Contractors' Questions: How might Brexit affect me as a contractor?
Contractor’s Question: If the UK votes to leave the European Union on June 23rd – a Brexit, what would change if I went to live in an EU country? I’m a UK citizen running my own freelance business and I’d like to continue contracting in whichever EU country I move to.
Expert’s Answer: The European Union was founded around four central tenets: the free movement of people, capital, goods and labour. This latter point means UK nationals are entitled to freelance in any of the 27 other member states without the need for a work permit or visa. If Britain votes ‘leave’ on June 23rd, however, this will no longer be the case.
Currently, each EU country has its own rules, but the major economies like France and Germany require new independent professionals to prove their businesses will be economically beneficial. Non-EU freelancers must also prove they won't require financial support of any kind to operate. It's possible UK citizens will be subject to the same rules, although the UK could perhaps negotiate ‘special deals’ with some countries to fast-track the process.
Potentially less positively for you, using a UK bank account could become a little more complicated if we leave. This is because another of the four founding EU principles, the right to move capital freely, would also cease to apply and so freelance contractors such as you could be hit with unexpected charges for fees paid into a UK account from within the EU.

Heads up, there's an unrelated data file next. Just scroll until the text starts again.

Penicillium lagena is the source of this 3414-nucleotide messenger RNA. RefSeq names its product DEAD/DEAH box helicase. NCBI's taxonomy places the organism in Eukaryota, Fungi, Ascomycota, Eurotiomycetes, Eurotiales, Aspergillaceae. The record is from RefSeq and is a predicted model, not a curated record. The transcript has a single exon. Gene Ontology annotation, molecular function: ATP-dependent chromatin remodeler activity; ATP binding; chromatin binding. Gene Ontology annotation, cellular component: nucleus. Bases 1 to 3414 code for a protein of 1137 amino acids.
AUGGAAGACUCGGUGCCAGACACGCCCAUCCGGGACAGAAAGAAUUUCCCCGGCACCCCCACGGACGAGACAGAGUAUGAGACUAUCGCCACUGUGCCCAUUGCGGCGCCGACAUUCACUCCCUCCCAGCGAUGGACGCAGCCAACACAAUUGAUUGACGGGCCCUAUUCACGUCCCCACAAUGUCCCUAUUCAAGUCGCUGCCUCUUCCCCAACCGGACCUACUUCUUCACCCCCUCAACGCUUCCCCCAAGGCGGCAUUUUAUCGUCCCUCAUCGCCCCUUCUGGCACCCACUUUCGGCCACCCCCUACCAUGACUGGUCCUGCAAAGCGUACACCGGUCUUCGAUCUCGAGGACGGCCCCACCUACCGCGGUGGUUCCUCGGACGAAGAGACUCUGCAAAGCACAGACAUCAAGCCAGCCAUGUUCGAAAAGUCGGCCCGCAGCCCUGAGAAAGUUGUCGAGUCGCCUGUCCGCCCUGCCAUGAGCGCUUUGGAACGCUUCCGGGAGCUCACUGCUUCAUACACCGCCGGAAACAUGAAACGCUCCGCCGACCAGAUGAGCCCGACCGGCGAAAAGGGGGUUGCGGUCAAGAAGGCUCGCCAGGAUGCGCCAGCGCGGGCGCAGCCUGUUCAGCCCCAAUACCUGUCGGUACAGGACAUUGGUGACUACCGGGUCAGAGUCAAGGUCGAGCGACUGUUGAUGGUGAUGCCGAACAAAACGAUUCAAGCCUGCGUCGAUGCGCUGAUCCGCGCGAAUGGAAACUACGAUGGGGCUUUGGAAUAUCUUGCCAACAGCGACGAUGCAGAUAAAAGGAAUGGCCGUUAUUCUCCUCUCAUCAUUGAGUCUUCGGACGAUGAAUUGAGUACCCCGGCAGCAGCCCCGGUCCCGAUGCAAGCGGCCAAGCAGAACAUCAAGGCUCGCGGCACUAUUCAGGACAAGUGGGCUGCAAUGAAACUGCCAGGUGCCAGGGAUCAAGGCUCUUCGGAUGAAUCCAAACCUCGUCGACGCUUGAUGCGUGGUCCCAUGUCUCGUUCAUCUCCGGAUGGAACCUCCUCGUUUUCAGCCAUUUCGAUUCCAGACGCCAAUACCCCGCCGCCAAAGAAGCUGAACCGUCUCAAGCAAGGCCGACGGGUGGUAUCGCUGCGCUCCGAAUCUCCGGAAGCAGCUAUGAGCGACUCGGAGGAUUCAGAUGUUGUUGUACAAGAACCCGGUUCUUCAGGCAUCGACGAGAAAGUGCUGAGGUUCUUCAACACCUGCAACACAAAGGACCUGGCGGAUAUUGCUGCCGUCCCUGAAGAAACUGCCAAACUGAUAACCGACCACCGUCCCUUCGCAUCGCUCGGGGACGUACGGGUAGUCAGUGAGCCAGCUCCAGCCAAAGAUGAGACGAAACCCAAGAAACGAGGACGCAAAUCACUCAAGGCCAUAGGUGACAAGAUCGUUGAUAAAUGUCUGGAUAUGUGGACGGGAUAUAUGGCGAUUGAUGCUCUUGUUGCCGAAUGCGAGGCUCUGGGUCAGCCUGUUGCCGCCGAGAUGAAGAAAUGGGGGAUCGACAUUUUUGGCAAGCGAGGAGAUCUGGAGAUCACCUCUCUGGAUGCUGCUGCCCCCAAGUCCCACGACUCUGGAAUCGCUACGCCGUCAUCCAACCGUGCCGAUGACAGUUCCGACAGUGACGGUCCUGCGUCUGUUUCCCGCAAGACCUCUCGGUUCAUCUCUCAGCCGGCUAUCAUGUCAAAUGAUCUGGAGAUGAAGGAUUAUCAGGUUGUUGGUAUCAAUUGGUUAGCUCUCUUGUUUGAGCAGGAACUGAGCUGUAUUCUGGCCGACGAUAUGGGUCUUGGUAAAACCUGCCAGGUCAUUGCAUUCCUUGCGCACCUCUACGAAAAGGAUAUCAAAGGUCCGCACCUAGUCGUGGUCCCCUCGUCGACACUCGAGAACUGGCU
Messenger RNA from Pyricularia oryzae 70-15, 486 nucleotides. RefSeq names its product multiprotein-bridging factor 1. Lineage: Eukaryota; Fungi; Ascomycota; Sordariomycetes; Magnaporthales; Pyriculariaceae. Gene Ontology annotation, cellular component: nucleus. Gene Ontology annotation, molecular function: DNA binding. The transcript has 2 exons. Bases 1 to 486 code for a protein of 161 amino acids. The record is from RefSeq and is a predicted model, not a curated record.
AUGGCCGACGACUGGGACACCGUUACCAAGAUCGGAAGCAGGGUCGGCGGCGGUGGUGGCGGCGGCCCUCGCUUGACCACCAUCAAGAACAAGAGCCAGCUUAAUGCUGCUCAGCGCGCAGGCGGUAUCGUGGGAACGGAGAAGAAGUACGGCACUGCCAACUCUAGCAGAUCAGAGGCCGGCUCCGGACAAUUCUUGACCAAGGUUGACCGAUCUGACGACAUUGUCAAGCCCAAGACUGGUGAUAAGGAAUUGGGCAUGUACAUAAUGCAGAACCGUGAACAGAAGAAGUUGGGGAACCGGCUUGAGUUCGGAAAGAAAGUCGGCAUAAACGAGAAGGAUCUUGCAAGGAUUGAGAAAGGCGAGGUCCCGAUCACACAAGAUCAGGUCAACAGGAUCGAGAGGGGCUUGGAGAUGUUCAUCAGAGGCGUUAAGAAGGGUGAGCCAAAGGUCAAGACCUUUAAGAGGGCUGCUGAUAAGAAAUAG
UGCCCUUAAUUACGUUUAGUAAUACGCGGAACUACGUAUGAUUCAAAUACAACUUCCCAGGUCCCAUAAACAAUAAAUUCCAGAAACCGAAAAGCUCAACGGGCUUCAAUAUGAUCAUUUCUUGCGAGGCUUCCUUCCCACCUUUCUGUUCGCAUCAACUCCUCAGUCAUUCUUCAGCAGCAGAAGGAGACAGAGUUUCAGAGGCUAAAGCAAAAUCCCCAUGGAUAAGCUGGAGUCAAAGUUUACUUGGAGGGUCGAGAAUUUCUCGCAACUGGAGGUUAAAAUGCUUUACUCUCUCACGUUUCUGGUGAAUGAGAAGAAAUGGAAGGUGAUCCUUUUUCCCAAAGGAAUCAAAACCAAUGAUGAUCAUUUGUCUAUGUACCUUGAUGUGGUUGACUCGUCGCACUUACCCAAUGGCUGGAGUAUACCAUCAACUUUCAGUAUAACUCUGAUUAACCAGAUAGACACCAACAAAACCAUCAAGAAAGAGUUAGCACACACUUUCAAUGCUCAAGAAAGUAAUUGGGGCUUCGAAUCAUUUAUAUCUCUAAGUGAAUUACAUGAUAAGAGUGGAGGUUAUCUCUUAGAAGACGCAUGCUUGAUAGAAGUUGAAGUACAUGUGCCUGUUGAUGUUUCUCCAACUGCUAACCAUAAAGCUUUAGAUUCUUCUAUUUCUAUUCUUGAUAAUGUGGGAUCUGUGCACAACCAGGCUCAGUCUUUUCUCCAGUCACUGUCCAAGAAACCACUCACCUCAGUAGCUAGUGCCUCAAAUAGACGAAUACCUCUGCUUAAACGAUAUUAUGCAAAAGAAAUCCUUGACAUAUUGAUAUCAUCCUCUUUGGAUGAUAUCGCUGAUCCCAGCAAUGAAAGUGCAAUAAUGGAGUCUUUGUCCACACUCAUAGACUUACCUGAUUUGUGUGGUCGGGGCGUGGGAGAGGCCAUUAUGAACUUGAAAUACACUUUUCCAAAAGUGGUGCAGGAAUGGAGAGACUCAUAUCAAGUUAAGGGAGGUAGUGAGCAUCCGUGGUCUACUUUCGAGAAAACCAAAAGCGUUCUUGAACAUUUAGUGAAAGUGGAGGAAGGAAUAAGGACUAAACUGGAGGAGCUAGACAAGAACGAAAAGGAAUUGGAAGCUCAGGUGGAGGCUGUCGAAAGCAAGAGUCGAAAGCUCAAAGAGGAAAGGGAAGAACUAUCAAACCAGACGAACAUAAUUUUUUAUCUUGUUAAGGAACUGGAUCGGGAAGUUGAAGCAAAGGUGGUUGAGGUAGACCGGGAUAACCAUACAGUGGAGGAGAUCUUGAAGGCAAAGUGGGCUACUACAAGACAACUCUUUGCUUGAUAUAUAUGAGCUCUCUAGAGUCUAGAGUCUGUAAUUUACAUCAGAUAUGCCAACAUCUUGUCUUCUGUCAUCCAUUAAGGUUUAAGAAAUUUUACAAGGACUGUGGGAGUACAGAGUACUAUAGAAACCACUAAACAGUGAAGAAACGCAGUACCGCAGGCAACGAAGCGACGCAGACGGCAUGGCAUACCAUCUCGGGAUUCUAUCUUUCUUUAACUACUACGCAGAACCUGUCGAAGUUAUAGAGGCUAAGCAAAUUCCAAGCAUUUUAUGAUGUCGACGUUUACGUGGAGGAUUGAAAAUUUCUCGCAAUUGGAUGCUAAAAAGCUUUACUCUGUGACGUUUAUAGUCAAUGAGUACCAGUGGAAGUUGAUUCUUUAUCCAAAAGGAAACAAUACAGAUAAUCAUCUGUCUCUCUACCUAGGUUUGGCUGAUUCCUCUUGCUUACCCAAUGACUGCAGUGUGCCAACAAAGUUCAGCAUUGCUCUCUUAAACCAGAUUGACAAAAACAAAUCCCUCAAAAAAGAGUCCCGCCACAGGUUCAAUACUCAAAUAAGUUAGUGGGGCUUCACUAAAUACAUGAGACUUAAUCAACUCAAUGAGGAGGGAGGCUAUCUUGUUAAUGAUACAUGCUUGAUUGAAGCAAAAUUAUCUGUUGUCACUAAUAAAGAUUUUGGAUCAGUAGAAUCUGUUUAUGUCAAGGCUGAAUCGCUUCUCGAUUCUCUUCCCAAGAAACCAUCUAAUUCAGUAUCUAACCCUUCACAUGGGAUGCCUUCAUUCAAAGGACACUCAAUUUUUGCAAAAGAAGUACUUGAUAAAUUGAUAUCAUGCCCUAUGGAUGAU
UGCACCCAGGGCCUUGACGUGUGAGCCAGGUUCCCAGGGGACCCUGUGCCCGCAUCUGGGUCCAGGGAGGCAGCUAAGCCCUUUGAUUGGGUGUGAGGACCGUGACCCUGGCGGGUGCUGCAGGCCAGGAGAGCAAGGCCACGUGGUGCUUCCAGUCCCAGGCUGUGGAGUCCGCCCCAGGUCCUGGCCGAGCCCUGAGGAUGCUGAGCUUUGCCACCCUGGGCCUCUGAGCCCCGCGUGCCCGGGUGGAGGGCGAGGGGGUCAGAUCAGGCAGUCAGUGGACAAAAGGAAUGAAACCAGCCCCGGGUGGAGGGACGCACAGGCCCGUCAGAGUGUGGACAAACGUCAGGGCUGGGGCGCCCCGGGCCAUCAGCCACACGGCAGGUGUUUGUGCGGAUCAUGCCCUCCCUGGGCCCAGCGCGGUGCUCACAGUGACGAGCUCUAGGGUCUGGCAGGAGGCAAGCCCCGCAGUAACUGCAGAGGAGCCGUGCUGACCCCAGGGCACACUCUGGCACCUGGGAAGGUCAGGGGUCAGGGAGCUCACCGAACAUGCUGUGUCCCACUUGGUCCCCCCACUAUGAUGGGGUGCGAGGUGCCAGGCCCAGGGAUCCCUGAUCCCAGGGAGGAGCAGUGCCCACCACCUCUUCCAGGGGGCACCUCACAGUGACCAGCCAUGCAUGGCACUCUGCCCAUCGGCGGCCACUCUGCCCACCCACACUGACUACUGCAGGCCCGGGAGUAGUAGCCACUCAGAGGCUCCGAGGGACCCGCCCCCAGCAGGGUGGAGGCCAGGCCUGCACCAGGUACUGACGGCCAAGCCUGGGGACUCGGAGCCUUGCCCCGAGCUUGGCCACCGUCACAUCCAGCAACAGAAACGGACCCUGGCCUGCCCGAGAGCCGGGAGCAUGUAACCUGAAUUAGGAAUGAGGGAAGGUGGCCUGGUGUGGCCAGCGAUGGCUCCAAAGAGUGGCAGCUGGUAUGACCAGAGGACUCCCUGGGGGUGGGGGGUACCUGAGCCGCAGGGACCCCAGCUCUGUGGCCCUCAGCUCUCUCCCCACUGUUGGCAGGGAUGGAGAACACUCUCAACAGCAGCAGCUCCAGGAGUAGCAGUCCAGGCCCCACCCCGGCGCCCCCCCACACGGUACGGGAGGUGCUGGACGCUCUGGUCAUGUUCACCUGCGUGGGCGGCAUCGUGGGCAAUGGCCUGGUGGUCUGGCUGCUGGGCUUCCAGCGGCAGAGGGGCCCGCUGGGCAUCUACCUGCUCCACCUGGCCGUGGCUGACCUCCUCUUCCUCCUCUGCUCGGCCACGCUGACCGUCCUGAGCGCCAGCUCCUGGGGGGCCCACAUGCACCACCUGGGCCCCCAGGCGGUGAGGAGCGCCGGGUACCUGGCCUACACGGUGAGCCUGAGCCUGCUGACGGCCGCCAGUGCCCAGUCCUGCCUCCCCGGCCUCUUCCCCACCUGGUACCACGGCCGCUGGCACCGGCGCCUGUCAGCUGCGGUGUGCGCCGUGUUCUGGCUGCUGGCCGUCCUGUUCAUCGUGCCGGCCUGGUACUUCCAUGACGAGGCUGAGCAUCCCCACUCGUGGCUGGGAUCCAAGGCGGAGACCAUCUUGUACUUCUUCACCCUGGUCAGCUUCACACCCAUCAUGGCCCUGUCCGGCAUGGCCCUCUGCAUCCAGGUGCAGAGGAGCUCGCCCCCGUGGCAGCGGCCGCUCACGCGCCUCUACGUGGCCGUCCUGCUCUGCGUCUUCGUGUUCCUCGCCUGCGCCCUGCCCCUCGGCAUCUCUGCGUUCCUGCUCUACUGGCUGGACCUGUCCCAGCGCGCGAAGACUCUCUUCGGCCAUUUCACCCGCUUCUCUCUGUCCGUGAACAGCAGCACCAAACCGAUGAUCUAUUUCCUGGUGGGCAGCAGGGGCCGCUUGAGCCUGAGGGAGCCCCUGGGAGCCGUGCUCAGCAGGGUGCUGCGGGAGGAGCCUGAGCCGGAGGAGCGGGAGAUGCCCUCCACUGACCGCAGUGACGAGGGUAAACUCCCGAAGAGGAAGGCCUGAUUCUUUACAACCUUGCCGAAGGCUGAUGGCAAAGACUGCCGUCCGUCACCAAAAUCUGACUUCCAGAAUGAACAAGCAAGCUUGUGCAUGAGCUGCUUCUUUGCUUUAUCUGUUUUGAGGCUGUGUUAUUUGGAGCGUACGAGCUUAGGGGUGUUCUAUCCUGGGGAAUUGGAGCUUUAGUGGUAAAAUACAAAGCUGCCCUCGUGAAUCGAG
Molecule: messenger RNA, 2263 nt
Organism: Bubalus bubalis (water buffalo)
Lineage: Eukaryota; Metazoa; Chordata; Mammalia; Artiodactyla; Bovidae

In addition, the cost of travelling to and from an independent UK has also been questioned. Travel experts have pointed out that the UK currently benefits from an ‘open skies agreement’ allowing airlines to fly wherever they want in the EU. This may well remain the case - but nobody knows for sure.
Yet if we do choose to leave, there could be benefits for freelancers and contractors who remain in the UK. We could take back control over the rules some businesses find troublesome - the Agency Workers Regulations, for example.
The expert was Simon McVicker, director of external affairs at IPSE, the Association of Independent Professionals and the Self-Employed.